Ending blackouts on the border
Border patrol schools in Prachuap Khiri Khan are struggling to operate as stable supply of electricity remains elusive
Due to their geographical isolation, two border patrol police schools in Prachuap Khiri Khan have been struggling to distribute food rations to their students, many of whom are members of the province's ethnic minorities. In a bid to help improve their living conditions, the German Embassy in Thailand -- through its Micro Project Scheme -- has delivered solar-powered refrigerators to schools in frontier zones.
"They [border patrol officers] had to weather stormy conditions just to ensure the students have enough food to eat. They would drive from the villages to the market in town every week," said project coordinator, Krittin Pimmok.
"In the rainy season, they would go through muddy jungles, which are steep and often prone to floods."
Mr Krittin then came up with the idea of installing solar-powered fridges in schools along the Thai-Myanmar border and wrote a proposal to seek sponsorship from the embassy.
"These are just more than fridges, because they held ease the burden of those who live in remote areas," he said. "Do you know that meat can cost up to 2,000 baht per five kilogrammes, if we take into account the cost of petrol and refrigeration?"
The fridges do not only benefit the staff and students, as the entire community can use the fridges to store their food supplies and medicines. "These supplies are often donated to members of the armed forces families stationed around the area," Mr Krittin told the Bangkok Post.
To follow up on the project, the German embassy arranged a trip to Ban Phamak and Ban Tha Wang Hin Border Patrol Police schools.
"The scheme is aimed at supporting small-scale projects to improve the living standards of those in need," said Alexander Raubold, the counselor of economic and commercial affairs for the German Embassy in Thailand.
"These solar generators allow us to offer a solution without the need to install an entire power grid," he said. "They are also environmentally friendly."
In short supply
Although the installation of a solar-powered refrigerator has made life easier for Ban Phamak students, more panels are needed to power up the school's computer room.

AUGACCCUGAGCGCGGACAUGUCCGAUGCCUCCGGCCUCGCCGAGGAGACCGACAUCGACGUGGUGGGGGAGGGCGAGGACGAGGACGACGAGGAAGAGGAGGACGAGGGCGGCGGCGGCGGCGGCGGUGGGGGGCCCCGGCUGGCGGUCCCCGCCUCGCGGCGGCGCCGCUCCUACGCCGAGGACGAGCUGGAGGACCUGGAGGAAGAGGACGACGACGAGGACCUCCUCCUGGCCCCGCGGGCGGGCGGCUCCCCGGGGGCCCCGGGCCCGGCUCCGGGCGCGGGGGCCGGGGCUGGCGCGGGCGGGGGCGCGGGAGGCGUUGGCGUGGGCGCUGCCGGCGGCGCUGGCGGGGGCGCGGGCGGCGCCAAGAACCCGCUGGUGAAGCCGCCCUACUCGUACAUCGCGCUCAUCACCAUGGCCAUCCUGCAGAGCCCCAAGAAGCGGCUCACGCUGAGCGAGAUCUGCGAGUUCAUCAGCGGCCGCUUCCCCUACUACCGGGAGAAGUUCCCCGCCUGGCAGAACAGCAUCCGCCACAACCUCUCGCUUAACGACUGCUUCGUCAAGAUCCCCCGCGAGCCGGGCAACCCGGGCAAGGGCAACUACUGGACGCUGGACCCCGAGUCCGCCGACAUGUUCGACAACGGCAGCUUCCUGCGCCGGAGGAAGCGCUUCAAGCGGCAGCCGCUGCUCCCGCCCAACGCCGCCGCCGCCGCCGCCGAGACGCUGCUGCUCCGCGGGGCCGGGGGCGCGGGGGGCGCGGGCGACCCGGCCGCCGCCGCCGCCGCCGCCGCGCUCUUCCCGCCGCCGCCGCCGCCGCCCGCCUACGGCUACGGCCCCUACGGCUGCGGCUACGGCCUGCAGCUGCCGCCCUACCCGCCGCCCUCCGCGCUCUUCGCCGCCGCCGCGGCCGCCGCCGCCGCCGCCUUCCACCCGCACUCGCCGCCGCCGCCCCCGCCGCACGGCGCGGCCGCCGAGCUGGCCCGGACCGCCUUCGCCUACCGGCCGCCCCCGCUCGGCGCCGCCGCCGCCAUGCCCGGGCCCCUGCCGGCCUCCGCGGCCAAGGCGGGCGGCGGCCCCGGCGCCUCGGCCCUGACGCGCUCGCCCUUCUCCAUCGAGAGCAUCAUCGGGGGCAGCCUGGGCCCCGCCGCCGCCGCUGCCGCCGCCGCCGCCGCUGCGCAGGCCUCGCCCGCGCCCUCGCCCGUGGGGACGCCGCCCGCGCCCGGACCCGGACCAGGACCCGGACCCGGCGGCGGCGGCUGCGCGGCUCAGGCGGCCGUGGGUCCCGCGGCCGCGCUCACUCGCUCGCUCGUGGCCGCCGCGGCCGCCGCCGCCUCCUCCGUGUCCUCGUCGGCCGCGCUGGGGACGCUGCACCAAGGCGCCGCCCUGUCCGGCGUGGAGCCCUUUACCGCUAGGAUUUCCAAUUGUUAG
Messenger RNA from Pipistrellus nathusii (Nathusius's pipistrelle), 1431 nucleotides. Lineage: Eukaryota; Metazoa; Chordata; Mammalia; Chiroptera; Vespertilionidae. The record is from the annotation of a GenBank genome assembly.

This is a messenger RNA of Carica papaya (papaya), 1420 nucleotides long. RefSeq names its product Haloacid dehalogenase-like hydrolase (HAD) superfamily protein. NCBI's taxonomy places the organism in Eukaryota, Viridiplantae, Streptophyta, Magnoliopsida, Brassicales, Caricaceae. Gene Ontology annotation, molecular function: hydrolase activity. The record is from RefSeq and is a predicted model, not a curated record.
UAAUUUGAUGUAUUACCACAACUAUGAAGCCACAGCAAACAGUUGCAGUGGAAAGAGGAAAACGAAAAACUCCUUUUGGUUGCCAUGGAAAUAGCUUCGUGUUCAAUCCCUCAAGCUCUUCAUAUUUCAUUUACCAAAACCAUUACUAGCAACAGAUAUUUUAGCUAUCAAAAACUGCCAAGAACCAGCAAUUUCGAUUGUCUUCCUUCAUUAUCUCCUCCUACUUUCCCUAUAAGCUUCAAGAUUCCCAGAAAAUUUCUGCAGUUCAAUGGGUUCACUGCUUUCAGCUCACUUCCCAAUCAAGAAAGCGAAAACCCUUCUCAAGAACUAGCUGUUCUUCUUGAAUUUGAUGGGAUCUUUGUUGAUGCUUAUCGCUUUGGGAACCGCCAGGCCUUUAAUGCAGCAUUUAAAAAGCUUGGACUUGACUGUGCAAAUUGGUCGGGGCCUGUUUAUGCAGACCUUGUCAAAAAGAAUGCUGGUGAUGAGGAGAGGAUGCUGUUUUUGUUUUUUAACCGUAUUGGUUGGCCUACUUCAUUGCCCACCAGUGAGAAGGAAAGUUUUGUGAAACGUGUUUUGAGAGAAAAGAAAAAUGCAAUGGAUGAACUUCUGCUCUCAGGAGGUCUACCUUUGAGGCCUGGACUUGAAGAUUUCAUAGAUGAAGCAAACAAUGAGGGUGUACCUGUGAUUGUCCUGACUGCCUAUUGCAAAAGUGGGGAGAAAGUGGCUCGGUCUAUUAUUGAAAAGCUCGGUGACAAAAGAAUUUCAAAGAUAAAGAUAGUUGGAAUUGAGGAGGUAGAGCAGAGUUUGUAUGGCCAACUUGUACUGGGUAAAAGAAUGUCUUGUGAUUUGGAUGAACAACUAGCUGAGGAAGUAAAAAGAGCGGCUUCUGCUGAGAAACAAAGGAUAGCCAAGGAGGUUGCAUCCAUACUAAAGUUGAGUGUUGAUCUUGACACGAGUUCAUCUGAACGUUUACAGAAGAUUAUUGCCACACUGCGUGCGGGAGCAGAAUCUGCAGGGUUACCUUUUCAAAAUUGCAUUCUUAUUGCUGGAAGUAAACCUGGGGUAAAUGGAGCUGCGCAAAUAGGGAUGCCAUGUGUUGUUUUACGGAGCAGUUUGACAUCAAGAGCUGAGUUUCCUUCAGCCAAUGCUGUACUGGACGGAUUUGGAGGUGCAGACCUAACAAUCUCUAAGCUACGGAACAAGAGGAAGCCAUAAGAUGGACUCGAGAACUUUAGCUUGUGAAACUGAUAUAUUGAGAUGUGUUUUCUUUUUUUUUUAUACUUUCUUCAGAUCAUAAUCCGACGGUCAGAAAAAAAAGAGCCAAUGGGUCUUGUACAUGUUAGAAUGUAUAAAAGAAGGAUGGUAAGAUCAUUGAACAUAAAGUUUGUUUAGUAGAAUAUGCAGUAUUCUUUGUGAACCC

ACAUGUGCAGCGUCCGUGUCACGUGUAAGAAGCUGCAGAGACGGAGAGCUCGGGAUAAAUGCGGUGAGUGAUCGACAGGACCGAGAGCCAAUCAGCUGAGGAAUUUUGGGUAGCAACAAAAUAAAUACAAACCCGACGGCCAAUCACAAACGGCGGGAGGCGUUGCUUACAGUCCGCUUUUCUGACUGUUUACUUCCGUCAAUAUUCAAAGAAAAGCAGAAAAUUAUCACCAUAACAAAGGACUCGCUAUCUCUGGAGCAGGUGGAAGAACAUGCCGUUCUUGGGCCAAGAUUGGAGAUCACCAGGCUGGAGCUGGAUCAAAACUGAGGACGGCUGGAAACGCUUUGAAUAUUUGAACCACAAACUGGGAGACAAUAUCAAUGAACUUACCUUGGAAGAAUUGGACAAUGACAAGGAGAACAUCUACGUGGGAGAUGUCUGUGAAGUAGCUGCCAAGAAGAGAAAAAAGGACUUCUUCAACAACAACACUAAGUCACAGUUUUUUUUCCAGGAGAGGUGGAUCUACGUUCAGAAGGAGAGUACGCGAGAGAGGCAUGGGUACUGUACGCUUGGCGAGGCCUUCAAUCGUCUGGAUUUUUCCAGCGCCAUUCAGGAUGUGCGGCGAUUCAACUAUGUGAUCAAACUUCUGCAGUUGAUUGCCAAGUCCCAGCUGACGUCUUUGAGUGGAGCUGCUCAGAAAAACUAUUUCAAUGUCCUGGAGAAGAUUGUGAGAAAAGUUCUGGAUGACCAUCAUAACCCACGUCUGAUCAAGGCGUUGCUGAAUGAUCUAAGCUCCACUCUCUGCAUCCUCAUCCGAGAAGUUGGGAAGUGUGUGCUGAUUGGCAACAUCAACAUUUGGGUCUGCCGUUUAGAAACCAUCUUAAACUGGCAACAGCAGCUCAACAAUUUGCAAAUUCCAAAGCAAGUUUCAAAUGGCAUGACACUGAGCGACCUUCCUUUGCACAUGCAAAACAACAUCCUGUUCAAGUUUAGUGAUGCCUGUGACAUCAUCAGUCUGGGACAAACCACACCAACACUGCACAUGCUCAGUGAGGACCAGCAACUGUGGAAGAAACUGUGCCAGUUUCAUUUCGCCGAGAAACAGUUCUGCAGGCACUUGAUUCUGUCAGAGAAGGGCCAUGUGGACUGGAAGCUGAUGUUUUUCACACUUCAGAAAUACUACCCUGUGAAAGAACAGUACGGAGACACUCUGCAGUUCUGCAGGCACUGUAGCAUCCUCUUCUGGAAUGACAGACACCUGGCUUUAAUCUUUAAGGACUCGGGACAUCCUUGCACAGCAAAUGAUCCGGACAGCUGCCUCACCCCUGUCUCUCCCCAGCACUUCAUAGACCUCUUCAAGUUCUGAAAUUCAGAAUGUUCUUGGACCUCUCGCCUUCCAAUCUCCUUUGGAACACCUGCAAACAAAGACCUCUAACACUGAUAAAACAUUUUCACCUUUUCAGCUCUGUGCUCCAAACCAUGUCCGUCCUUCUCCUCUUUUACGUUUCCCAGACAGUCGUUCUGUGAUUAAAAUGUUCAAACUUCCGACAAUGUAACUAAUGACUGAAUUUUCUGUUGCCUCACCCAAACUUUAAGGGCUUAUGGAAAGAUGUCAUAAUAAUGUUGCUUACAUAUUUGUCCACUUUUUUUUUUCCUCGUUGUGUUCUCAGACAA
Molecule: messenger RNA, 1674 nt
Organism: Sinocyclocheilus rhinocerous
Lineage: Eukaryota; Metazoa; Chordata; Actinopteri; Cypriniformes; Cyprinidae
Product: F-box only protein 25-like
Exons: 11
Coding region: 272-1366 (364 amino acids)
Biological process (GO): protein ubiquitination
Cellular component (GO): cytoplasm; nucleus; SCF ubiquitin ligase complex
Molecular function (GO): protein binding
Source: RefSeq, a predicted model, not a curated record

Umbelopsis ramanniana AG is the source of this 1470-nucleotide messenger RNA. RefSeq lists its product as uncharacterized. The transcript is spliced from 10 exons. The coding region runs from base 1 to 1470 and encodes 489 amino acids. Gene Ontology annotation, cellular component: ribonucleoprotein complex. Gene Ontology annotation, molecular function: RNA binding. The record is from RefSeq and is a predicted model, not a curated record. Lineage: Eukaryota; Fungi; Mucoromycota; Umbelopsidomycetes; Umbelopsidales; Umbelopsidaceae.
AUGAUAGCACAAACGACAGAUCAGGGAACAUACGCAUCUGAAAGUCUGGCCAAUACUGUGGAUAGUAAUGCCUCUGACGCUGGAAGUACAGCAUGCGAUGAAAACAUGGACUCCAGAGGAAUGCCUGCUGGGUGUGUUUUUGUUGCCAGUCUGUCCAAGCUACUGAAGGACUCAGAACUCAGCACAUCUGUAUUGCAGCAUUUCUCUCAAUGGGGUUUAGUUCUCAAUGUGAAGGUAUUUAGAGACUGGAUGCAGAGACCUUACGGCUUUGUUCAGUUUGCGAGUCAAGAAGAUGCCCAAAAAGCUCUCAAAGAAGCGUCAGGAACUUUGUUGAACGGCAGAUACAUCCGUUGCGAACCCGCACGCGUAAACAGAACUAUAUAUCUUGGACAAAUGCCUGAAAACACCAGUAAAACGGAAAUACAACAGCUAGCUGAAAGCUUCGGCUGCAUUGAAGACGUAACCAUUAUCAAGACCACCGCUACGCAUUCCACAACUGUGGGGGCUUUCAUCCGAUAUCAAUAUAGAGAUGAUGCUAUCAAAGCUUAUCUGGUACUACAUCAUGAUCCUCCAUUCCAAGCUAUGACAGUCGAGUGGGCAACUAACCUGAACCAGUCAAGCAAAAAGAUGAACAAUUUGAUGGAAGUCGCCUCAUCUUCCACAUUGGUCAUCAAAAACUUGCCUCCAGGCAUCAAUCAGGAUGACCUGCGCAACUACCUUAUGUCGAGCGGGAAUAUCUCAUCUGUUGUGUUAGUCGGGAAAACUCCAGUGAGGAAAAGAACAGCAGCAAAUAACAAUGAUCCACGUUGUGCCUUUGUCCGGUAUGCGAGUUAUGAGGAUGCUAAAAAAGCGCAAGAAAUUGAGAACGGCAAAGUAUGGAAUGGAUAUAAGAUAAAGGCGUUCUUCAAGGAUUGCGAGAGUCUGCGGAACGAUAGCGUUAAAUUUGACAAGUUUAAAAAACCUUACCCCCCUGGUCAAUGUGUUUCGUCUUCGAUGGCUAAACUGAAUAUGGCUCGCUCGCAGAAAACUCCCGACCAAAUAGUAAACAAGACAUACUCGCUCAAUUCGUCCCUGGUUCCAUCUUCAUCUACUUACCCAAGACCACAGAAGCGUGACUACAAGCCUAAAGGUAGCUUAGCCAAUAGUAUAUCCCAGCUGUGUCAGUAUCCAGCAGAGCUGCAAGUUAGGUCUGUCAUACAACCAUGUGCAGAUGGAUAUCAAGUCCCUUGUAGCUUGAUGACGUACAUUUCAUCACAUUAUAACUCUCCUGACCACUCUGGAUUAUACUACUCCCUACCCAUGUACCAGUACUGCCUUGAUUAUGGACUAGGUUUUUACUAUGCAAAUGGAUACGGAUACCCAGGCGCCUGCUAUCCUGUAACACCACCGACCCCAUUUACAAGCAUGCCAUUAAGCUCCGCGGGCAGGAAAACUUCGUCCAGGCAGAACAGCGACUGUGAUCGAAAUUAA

"Right now, the room is a museum where old computers sit idle gathering dust," said the school's headmaster, Pol Lt Capt Pattanasak Pattanapongsa, before adding the four solar-powered generators provided by the government are simply not enough to meet the school's energy demand.
"Some of them have broken down, so we've had to resort to using petrol generators on overcast or rainy days," said he said.
"However, we have to use them sparingly as petrol is very expensive."
The headmaster then pointed to towards the school's dim classrooms.
"We rarely turn on the lights, because it consumes the electricity needed for other activities," he said. "We can use the electric kettle and the television at the same time, but as soon as we plug in the iron, the entire circuit will trip."
Ban Tha Wang school headmaster, Pol Lt Noppadol Hommuang, concurred with Pol Lt Capt Pattanasak, before going on to describe the school's solar panels as a "graveyard".
"These panels no longer generate enough electricity because their battery cells have deteriorated over time," he said.
"After all, they were installed some ten, twenty years ago."
Distance an issue
To Pol Lt Col Samritt Deenum, inspector of the Border Patrol Police Region 1, the lack of basic infrastructure is caused by red tape and distance.
"Remote areas are often neglected by politicians because there simply aren't enough voters in these parts," he said. "On the other hand, the absence of roads mean that some voters have had to travel far just to cast their vote, so many chose to disengage."
Furthermore, about 20% of the Karen in Ban Phamak are legally stateless. "Many parents did not register the birth of their children because they simply couldn't provide the required evidence," he said. "Without a nationality, they cannot vote and access aid."
"Border areas are taken for granted. City-dwellers probably wouldn't believe that some people still live without electricity," said Pol Lt Col Samritt. "In fact, there are people who have never even seen a power line."